by Annette DesRochers

As Edmund promised, our expedition through the Northern Mariana Islands has indeed been a mystical journey. Setting sail from Sarigan, we have stopped at and passed by many a volcanic peak along the way. From dawn till dusk, the views from topside have been nothing short of spectacular. While this is true for many of the places where our research takes us, it seems especially true in this part of the world.

Sunset over the two stratovolcanoes of Pagan. NOAA photo by Jake Asher.
Our first stop after Sarigan was the island of Pagan, one of the larger islands in the Northern Marianas. Not only is the shape of the island unique compared to the singular cone-shape of the other islands in the northern part of chain, but it is also one of the most geologically active. Just this past year, a U.S. Fish and Wildlife Service research camp left the island due to increased volcanic activity. The largest eruption in recent history was in 1981—the few remaining residents on the island had to be evacuated—though it has erupted several times since then with one relatively minor event in late 2006 just months before CRED’s 2007 research cruise to the region.
The view from the Hi’ialakai of Mount Pagan. NOAA photo by Annette DesRochers.
Despite the obvious beauty of the island, I for one have been partly disappointed since we arrived. Everyone that has been to this region talks about seeing Mount Pagan, the northern volcano on the island, steaming in the distance. As you see in the picture above, not a speck of smoke to be seen; nothing but blue skies and white fluffy clouds. I guess it could be worse.
Early morning launch near the northeast side of Pagan where large rock formations jut out from the sea. NOAA photo by Jake Asher.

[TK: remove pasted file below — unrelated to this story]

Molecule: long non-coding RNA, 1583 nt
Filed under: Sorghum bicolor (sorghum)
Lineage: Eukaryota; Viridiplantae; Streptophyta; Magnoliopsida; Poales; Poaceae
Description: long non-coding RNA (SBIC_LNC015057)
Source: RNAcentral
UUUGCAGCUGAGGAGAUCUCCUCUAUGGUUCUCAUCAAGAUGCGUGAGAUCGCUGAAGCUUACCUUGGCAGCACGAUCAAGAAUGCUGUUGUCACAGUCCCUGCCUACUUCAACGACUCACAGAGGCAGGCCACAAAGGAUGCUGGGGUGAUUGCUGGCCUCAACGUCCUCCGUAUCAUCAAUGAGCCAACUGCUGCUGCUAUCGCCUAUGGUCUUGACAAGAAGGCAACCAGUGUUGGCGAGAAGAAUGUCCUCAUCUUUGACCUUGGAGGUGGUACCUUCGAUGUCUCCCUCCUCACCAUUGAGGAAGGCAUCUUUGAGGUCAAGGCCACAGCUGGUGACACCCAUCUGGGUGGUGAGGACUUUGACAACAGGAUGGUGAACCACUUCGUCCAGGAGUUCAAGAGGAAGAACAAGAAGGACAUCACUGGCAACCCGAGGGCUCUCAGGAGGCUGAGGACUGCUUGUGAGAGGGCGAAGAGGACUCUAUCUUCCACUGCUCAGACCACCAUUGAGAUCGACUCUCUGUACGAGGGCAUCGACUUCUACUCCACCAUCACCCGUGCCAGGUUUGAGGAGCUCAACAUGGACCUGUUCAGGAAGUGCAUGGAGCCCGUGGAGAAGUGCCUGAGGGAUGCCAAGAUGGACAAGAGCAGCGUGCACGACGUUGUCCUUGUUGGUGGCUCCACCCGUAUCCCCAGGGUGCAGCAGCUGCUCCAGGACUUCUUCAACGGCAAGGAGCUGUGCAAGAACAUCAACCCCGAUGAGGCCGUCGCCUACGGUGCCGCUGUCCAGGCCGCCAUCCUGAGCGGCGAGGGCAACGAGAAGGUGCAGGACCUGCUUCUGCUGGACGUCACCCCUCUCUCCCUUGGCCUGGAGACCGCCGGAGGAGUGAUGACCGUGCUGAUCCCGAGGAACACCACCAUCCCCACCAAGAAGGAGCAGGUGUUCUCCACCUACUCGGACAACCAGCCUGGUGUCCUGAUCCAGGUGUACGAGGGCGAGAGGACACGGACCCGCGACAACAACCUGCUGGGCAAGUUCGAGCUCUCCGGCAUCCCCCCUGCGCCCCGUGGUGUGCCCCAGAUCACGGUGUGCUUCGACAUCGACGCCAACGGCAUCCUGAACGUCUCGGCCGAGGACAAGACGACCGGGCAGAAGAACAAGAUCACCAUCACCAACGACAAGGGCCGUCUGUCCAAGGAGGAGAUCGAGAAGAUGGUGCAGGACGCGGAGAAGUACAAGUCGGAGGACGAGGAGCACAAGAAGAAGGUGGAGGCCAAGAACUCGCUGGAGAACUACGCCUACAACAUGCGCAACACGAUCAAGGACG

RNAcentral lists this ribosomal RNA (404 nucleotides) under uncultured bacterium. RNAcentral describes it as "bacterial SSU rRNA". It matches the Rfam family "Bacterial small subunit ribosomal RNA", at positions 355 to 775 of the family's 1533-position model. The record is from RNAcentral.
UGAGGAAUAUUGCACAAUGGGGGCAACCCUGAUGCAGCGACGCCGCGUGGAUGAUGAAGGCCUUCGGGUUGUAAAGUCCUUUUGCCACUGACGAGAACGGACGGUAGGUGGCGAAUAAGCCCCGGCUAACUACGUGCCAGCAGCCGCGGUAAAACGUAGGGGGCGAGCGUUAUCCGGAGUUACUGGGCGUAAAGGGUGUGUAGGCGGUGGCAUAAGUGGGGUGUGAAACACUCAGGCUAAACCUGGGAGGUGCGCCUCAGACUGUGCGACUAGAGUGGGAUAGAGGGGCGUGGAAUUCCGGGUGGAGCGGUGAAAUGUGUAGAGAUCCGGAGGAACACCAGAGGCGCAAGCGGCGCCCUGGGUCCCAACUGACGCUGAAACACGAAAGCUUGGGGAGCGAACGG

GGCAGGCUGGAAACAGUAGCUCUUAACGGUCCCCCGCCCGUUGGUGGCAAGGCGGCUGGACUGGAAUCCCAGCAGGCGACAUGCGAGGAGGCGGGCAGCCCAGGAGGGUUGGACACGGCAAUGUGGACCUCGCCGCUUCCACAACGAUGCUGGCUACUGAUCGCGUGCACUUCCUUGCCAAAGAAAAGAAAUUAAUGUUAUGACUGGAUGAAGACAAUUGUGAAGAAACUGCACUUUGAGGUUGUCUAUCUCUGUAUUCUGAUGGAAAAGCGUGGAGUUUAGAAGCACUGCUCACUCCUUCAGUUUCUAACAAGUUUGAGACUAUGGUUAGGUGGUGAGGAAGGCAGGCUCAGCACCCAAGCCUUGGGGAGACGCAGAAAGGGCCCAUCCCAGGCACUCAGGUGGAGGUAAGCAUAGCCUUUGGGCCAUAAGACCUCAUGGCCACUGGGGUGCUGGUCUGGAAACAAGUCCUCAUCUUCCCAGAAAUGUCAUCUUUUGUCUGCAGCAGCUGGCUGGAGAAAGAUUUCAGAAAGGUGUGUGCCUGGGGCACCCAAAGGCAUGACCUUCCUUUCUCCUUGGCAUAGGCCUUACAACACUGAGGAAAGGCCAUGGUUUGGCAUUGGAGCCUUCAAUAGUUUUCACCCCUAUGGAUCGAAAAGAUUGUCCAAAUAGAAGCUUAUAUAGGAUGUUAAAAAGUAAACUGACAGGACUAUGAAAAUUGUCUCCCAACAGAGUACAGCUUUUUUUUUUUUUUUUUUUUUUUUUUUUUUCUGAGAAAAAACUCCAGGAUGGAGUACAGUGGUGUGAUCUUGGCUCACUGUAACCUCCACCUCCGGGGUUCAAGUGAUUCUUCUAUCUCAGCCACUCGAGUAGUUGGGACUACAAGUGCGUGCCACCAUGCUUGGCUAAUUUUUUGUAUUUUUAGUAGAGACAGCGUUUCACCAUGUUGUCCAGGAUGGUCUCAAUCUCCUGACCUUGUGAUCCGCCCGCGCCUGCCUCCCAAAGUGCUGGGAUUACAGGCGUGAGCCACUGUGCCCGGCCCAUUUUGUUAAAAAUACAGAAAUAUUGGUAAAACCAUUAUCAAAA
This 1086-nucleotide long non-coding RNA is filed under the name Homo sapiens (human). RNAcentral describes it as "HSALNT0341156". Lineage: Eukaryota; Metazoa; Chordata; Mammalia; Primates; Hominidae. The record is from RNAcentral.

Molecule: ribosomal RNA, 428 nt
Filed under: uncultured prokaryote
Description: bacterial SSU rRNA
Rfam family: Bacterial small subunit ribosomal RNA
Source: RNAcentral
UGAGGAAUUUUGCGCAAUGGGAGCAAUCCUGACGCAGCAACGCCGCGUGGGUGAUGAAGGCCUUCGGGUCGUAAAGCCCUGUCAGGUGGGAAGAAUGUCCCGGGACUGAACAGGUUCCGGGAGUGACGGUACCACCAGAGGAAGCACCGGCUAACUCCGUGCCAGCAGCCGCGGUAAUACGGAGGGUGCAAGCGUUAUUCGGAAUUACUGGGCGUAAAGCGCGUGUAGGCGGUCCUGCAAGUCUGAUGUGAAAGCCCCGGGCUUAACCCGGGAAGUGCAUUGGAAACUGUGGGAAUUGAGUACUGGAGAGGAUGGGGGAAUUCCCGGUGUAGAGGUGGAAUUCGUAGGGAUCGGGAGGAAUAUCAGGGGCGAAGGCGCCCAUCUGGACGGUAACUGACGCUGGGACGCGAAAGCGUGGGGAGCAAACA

It's business as usual as the dive teams set out for a day of operations. That being said, I don’t think any of the divers, even those who are now on their fifth research cruise to the region, ever tire of the sites above or below the sea surface. One of the REA fish divers was sharing her photos with me from her surveys here at Pagan, and even she can’t get enough of some of the species they find here such as the variations of anemonefish in the pictures below.
Clark's anemonefish (Amphiprion clarkii). NOAA photo by Paula Ayotte.

Pink anemonefish (Amphiprion perideraion). NOAA photo by Paula Ayotte.
And the oceanography team, normally busy underwater deploying and recovering various oceanographic instruments, took time out to enjoy some of the spectacular corals that are found here.
A mushroom coral (Fungia sp.). NOAA photo by Oceanography team.
Previous RAMP surveys have noted a number of underwater stressors to the coral reef habitats here at Pagan, from a large increase in cyanobacteria cover (i.e., blue-green algae) seen island-wide in 2009, to persistent Acanthaster plancii (crown-of-thorns) populations. Thankfully, our recent surveys revealed that neither appear to be currently causing stress to the benthic environment here.
Peering through the rock formations, you can see a glimpse of the volcano in the background. NOAA photo by Paula Ayotte.
At the end of a long day, the divers’ route back to the ship takes them around the north side of the island past the amazing rock formations, but their work is not yet done. It takes several players to safely deliver the small boats back into their cradles on the Hi’ialakai. We're well into the second leg of this cruise, and yet, no matter how tired or routine it might seem, safety always comes first.
Chief Scientist Jake Asher snaps his camera just in time to show AB Carmen Greto throwing the lines to one of the divers on HI-2. NOAA photo by Jake Asher.
After three days of surveys here at Pagan Island, it's time to move on to our next destination. Next stop on our journey, Asuncion Island.

Saturday, April 16, 2011

Measuring Fish while Flying

by Jacob Asher and Danny Merritt

This year a pilot project has been implemented by CRED’s fish team using a stereo-video system on the fish-towboard to improve the team’s ability to precisely measure fish and benthic features, and to accurately define the size of the area surveyed. This project is being done in collaboration with the Harvey Lab at the University of Western Australia. Dr. Euan Harvey and his lab have been using stereo-video systems for both diver surveys and on baited camera systems [a method to attract fish or other animals into the field of view of a camera using bait] for a number of years, including the use of baited cameras (BRUVS) around Guam and the CNMI. The use of such a system on a towboard, however, is a novel technique.